IES Overview

RPC InstrumentThe Ion and Electron Sensor (IES) is one of five instruments that make up the Rosetta Plasma Consortium (RPC) suite. The suite weighs only 7 kg, and consumes less than a quarter of the power of a light bulb. Scientists will use the RPC to characterize the electromagnetic forces that drive the high energy and complex environment of the comet’s coma, which develops when the comet approaches the sun. In the past, we have been able to sample the comas of comets during only a few brief flybys. This time, however, the RPC will have several months to investigate the development of the coma as comet C-G approaches the sun.

We know that as a comet approaches the sun, a gigantic cloud of particles and gas, called the coma, begins to emerge from what was previously a cold, quiet nugget of ice and rock. As the comet approaches the sun, this growing cloud envelops a dynamic complex of chemical and physical reactions. Neutral molecules outgassing from the comet’s nucleus are impacted by solar radiation, with many becoming ionized into cometary ions and others interacting with incoming solar ions from the solar wind. Dust particles may be fragmented by photons. Proton transfers occur. There’s a lot going on.

The neutral molecules are arcing through the coma, while the charged particles (ions and electrons) are spiraling through the coma in one direction or the other depending on whether they are negatively or positively charged. In this growing maelstrom, the particles collide with each other or repel each other depending on their relative charges. Some particles recombine into an astonishing array of 'daughter' molecules . To learn more about the interrelationships between the comet coma and the solar wind, see How Does a Comet Work? To see how charged and uncharged particles interact and move through magnetic fields, click here.

In this growing maelstrom, ALICE and MIRO will observe the uncharged particles, and IES will observe the charged particles. IES will investigate the coma’s developing layers or boundaries, focusing especially on the "inner shock" layer. In this layer, high-velocity particles spewing from the nucleus smash into lower-velocity particles from the coma's middle layer that have been slowed by the solar wind. IES will also monitor those ions and electrons in the solar wind that manage to find their way through the coma into the inner regions of the comet’s atmosphere. The coma can grow to a million times the size of the comet’s nucleus.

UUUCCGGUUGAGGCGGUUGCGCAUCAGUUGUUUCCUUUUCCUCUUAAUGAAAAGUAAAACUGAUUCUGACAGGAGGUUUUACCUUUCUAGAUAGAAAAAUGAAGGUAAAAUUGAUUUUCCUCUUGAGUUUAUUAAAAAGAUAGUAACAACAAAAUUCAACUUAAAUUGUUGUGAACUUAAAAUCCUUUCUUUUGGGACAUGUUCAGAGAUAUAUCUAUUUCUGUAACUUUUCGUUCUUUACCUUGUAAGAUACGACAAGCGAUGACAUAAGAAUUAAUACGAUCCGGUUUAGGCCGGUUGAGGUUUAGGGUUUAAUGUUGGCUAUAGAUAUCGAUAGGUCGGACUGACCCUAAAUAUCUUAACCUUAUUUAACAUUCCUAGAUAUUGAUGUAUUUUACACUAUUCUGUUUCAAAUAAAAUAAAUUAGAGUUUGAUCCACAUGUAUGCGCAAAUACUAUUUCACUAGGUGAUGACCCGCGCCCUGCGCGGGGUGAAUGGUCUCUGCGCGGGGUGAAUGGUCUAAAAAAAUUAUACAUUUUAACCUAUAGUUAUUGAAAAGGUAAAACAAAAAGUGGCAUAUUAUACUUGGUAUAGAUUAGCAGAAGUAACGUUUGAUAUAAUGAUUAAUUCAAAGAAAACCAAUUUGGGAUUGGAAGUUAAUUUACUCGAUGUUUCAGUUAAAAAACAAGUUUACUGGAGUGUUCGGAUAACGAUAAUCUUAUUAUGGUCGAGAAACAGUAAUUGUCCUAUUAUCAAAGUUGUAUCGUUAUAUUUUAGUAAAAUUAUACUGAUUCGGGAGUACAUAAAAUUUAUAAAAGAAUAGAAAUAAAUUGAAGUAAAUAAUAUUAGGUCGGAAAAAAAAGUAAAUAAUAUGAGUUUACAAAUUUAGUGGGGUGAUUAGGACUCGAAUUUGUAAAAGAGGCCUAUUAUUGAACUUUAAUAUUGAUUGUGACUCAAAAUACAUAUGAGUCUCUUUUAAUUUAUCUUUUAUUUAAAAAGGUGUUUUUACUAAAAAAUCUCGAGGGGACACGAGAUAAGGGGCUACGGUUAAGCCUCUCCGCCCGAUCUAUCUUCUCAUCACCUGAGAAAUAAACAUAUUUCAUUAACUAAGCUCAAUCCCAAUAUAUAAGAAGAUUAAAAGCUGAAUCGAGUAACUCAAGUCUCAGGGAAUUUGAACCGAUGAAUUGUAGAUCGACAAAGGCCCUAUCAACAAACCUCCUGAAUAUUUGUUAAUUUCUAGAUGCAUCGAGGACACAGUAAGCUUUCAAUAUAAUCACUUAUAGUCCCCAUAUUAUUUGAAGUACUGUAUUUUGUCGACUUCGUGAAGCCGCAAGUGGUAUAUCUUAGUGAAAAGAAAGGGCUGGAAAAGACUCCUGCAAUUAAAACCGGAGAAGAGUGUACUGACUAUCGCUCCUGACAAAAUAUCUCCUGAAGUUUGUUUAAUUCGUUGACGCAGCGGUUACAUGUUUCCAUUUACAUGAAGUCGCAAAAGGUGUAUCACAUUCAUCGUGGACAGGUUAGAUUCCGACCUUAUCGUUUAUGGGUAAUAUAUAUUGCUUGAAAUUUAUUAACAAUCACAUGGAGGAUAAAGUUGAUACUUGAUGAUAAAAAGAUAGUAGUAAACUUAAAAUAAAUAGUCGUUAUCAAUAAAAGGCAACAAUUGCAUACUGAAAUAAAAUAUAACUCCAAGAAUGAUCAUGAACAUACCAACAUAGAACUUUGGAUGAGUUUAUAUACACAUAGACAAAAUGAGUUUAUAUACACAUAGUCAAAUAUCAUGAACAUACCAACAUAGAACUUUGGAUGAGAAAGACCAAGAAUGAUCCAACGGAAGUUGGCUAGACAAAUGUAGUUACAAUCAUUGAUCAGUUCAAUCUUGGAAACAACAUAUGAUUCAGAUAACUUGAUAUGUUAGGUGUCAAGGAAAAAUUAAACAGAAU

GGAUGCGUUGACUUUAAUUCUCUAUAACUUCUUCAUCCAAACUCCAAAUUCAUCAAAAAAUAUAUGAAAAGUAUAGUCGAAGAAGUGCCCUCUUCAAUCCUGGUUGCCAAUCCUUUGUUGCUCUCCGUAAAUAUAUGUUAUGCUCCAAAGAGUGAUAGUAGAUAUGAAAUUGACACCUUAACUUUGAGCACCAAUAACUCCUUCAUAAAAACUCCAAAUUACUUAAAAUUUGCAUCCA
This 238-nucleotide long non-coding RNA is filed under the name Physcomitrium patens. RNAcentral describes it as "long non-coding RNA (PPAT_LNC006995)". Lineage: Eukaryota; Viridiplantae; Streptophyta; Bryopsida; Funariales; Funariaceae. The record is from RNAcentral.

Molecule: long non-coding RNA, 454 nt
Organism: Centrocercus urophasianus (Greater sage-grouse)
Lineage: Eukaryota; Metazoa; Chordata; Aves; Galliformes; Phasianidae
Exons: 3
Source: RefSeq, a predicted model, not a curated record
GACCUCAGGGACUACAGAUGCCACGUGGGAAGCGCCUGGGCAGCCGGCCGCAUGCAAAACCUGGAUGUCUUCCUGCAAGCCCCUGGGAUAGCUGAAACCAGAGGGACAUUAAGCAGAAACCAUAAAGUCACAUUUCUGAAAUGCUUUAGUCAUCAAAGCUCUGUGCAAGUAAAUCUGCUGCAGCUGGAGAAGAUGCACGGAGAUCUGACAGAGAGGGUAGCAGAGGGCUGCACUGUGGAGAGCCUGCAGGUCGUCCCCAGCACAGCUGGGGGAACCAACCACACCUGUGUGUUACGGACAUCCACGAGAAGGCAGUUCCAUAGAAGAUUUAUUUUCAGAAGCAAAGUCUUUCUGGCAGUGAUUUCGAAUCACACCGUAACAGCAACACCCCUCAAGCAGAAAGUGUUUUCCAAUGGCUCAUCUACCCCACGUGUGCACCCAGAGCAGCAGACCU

Scientists want especially to study the chemical interactions within the inner shock layer, paying particular attention to the complicated hydrocarbon and organic chemistry, key processes that occur on Earth as well.

Unlike the remote-sensing Alice and MIRO instruments, IES cannot measure charged particles from afar. It is an in situ (in place) instrument, as is its companion, the magnometer; they must be where the particles can actually strike them. For IES and the magnometer to map the comet C-G’s inner-shock region, Rosetta will vary its altitude from very near the nucleus to roughly 1000 km out.

En route to C-G, IES has already sampled ions and electrons in the magnetosphere of Mars, during its flyby of that planet, and has produced a spectrum for Earth’s magnetosphere as well: see Mission Science Results.

During Rosetta's flybys of asteroids Steins and Lutetia, IES was used to detect whether or not the solar wind bends around the asteroids, indicating that they have developed magnetic fields. The solar wind is a flow of fast-moving charged particles (plasma) emanating from the Sun. If the asteroids have developed magnetic fields, they would deflect the solar wind, creating magnetotails. If an asteroid does exhibit a magnetic field, scientists can learn more about the asteroid’s thermal history from it. By detecting the asteroid’s thermal history, scientists can better understand where the comet has been in space because of the temperatures it has experienced.

IES was provided by the Southwest Research Institute, San Antonio, Texas, under a contract with NASA. Its principal investigator is James Burch.